Last Updated on June 19, 2019, by eNotes Editorial. Word Count: 239
The protagonist of Black Betty, as of several other Walter Mosley novels, is Ezekiel “Easy” Rawlins. This private detective—one of the few African American hard-boiled detectives in the genre—solves crimes in Los Angeles. Easy solves crimes that other investigators don’t want to handle, or often at the request of damsels in distress. In this case, a white investigator, Saul Lynx, subcontracts to Easy, thinking he can negotiate the black community of South Central LA more effectively. Easy also has made money investing in real estate, which he manages; he has two children.
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Mouse, a large, imposing African American man, is Easy’s old friend and frequent partner. Mouse, who has just served five years in prison, is determined to find out who put him there and then to avenge himself.
Elizabeth Eady, the Betty of the title, was originally from Houston but for decades had been employed in Beverly Hills by the wealthy white Cain family. Raped by Albert, the patriarch, Betty is the mother of two of his adult children, Terry and Gwendolyn. After Albert dies, complications regarding his will create danger for Betty, the children, and her brother, including several killings that Easy tries to solve.
Sarah Cain is Albert’s legitimate daughter; her ex-husband Ron Hawkes is the father of her son, Arthur, who has motive to kill his half-siblings and their mother. Corrupt police investigator Styles rounds out the crew of antagonists.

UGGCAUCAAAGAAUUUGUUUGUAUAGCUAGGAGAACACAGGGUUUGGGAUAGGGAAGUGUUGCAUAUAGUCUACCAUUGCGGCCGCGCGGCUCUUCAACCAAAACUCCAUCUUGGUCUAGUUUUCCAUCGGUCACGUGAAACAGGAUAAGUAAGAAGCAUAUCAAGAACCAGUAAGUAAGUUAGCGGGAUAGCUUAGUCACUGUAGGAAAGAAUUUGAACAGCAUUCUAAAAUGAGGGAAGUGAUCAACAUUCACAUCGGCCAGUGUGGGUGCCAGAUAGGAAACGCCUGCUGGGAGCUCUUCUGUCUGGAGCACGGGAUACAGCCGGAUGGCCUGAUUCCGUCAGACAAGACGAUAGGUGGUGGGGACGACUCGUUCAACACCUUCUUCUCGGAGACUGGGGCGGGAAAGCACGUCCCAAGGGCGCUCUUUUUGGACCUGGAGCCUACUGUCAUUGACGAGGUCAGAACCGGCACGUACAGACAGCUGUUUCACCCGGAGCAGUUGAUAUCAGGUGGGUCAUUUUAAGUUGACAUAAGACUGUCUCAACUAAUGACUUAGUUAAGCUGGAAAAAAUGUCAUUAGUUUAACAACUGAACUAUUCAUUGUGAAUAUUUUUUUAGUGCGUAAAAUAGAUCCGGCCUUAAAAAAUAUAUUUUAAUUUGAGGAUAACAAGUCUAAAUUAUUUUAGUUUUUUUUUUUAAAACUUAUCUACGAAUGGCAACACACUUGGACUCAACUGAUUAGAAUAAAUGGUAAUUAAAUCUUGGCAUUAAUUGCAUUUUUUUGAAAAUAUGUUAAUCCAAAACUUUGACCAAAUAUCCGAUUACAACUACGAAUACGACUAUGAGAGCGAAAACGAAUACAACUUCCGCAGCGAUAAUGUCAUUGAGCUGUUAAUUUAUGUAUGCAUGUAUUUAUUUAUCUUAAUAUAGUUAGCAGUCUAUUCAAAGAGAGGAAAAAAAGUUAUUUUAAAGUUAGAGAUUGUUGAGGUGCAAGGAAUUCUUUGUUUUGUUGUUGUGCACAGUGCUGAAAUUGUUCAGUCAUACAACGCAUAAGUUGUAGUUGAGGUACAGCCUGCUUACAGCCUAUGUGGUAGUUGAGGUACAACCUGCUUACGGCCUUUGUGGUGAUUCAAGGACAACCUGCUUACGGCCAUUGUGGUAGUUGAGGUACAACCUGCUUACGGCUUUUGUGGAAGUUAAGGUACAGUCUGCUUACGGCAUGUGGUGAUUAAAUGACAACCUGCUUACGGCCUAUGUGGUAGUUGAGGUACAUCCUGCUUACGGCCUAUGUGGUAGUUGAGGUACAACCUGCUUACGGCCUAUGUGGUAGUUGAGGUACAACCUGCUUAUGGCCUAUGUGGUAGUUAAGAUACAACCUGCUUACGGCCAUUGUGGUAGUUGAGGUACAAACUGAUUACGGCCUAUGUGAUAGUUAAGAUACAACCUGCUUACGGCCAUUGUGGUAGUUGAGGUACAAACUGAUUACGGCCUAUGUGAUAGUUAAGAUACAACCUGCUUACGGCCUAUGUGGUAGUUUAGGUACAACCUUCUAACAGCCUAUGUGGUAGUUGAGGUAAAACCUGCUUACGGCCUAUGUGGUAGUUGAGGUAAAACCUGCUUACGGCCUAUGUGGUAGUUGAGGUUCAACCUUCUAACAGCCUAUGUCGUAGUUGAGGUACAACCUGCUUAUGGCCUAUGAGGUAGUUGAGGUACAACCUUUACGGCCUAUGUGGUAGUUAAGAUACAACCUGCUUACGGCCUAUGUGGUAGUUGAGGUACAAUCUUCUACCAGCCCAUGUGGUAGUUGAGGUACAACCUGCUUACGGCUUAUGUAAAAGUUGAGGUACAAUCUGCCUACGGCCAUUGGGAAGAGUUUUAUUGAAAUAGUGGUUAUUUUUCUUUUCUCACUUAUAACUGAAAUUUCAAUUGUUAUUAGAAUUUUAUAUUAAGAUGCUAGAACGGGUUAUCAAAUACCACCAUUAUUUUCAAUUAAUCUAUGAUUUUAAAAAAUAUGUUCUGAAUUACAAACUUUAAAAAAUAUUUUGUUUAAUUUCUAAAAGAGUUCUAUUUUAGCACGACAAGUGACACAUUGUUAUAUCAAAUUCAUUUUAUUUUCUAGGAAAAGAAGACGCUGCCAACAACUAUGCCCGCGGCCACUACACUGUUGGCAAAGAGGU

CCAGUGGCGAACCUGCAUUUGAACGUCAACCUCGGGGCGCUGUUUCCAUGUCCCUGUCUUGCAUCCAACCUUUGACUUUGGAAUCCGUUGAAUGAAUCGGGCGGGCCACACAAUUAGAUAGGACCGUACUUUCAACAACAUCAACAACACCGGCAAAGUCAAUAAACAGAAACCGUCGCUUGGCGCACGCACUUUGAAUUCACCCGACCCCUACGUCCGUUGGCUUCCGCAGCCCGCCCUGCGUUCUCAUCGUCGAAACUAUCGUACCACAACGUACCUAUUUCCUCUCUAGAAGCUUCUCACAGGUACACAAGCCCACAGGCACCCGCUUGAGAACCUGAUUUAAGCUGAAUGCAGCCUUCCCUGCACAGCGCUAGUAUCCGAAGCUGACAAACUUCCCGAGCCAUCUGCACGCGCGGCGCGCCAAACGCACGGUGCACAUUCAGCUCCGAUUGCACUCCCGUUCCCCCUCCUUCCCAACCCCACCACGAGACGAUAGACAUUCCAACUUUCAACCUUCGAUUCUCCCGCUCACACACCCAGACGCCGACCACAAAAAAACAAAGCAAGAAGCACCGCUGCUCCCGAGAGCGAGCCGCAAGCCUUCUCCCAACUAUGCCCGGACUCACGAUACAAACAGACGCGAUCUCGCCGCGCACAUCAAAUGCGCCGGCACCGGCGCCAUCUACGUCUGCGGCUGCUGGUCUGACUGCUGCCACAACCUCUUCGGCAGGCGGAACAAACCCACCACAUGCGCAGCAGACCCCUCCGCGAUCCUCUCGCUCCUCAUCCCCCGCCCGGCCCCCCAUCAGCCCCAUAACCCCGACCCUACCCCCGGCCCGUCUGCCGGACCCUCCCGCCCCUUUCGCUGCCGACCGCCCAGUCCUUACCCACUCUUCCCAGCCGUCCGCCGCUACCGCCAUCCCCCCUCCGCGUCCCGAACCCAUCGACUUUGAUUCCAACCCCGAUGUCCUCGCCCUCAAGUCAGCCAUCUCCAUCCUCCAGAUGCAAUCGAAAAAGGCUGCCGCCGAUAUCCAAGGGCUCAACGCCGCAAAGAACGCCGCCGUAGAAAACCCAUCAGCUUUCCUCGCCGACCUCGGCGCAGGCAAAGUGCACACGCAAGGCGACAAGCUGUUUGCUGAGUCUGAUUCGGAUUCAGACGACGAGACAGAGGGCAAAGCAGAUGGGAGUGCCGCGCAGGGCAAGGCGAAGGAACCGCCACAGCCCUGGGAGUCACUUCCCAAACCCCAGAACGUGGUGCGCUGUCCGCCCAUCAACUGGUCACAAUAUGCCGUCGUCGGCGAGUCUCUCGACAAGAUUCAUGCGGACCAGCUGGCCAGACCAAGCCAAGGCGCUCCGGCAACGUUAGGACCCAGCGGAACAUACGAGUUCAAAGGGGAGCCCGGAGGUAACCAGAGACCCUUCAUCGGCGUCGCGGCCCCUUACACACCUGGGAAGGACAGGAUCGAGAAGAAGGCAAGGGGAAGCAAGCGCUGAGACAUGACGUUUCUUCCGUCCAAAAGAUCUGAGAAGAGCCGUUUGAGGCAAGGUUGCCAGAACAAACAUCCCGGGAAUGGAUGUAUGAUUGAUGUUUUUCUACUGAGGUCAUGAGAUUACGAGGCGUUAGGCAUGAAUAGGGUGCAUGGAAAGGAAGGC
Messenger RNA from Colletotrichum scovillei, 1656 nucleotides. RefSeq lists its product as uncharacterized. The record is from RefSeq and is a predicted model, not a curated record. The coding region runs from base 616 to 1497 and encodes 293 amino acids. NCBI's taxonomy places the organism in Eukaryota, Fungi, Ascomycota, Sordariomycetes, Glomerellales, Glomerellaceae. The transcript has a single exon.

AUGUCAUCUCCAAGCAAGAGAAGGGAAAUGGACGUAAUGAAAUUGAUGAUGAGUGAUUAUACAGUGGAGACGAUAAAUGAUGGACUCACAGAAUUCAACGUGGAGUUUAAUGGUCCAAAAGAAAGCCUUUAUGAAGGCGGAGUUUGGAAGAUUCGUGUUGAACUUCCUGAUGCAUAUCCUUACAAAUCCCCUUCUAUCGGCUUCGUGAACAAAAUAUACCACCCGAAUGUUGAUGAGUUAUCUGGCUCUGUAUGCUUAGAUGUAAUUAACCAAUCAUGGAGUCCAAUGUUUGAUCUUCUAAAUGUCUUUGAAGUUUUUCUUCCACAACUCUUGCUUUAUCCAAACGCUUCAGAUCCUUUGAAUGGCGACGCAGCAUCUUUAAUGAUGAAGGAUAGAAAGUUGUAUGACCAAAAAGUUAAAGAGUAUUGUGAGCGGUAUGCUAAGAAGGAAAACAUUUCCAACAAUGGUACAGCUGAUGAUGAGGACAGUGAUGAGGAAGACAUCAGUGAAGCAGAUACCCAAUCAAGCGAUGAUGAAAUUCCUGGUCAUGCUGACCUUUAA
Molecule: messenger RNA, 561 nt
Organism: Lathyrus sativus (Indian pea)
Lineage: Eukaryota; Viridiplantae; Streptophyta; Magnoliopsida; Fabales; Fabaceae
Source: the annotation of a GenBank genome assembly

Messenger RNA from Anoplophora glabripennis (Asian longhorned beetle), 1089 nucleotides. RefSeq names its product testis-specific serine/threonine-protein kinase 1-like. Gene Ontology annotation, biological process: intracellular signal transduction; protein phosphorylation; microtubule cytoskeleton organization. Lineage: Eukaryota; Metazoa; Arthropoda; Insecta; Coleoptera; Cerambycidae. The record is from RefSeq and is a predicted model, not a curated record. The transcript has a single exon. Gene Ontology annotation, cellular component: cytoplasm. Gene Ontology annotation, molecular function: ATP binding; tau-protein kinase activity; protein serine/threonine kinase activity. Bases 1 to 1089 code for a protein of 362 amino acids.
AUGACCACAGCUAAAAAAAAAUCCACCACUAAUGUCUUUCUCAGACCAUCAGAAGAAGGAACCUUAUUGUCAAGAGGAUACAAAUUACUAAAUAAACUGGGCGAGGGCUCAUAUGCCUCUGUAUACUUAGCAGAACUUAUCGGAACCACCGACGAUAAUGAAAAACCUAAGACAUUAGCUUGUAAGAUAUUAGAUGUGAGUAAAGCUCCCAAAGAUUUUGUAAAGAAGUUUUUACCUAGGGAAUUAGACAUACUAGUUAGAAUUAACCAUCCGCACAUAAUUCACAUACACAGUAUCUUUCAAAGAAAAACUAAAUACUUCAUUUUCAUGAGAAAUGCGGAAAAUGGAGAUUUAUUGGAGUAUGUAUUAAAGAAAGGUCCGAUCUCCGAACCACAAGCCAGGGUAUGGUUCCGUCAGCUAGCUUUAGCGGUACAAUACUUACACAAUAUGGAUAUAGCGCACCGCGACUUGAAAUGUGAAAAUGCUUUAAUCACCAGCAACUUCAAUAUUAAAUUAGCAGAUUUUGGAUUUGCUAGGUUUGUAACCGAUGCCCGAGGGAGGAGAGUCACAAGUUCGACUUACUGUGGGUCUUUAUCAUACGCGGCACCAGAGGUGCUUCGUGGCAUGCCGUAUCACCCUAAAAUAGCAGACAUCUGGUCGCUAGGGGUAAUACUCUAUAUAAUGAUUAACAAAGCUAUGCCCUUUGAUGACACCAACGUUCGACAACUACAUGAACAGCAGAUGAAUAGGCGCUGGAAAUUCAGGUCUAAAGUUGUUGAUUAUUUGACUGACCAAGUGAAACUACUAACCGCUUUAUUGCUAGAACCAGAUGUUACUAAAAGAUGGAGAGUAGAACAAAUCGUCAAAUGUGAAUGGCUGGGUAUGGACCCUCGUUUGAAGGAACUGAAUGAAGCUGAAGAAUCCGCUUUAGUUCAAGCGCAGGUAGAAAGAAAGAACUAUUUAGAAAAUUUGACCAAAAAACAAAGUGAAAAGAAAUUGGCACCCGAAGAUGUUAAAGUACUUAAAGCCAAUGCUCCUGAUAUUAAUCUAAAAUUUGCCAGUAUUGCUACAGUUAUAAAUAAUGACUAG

Last Updated on May 6, 2015, by eNotes Editorial. Word Count: 289
The players in this murder story are three-dimensional and painfully realistic. Easy Rawlins is a complex man, equally capable of love and rage, bothered by violent dreams (although he never kills anyone himself in this novel). He tries to live by his own code of ethics, to share with those less fortunate than himself, and to find justice in an unjust world. The novel is set during the early 1960’s, at a time when racial tensions in Los Angeles are high. African Americans hardly trust whites, and with good reason, for most of the acts of violence in the novel are committed by the dominant group against the subordinate one. The other African American characters are also complex. Easy’s friend Mouse is a violent killer bent on revenge, and only Easy saves him from himself. Odell Jones helps Easy grudgingly, because there is past bad blood between them; his third old friend Martin Smith is slowly dying of cancer.
Betty is a victim as well, raped by Cain, her weak half-brother Marlon sucked into the Cains’ criminal world. The white characters are consistently evil and arrogant, and Easy’s lack of trust in them is well founded. The prime exception is Saul Lynx, a white man who is saved in the end by Easy and who becomes his friend. The Cains are more typical of Mosley’s representation of white characters: A white family haunted by their violent past, they would probably get away with murder were it not for Easy. Mosley’s characters may be black or white, but their characterizations are usually shades of gray. Easy Rawlins’s first-person narration conveys their complexity at the same time that it reveals his own pained and troubled mind.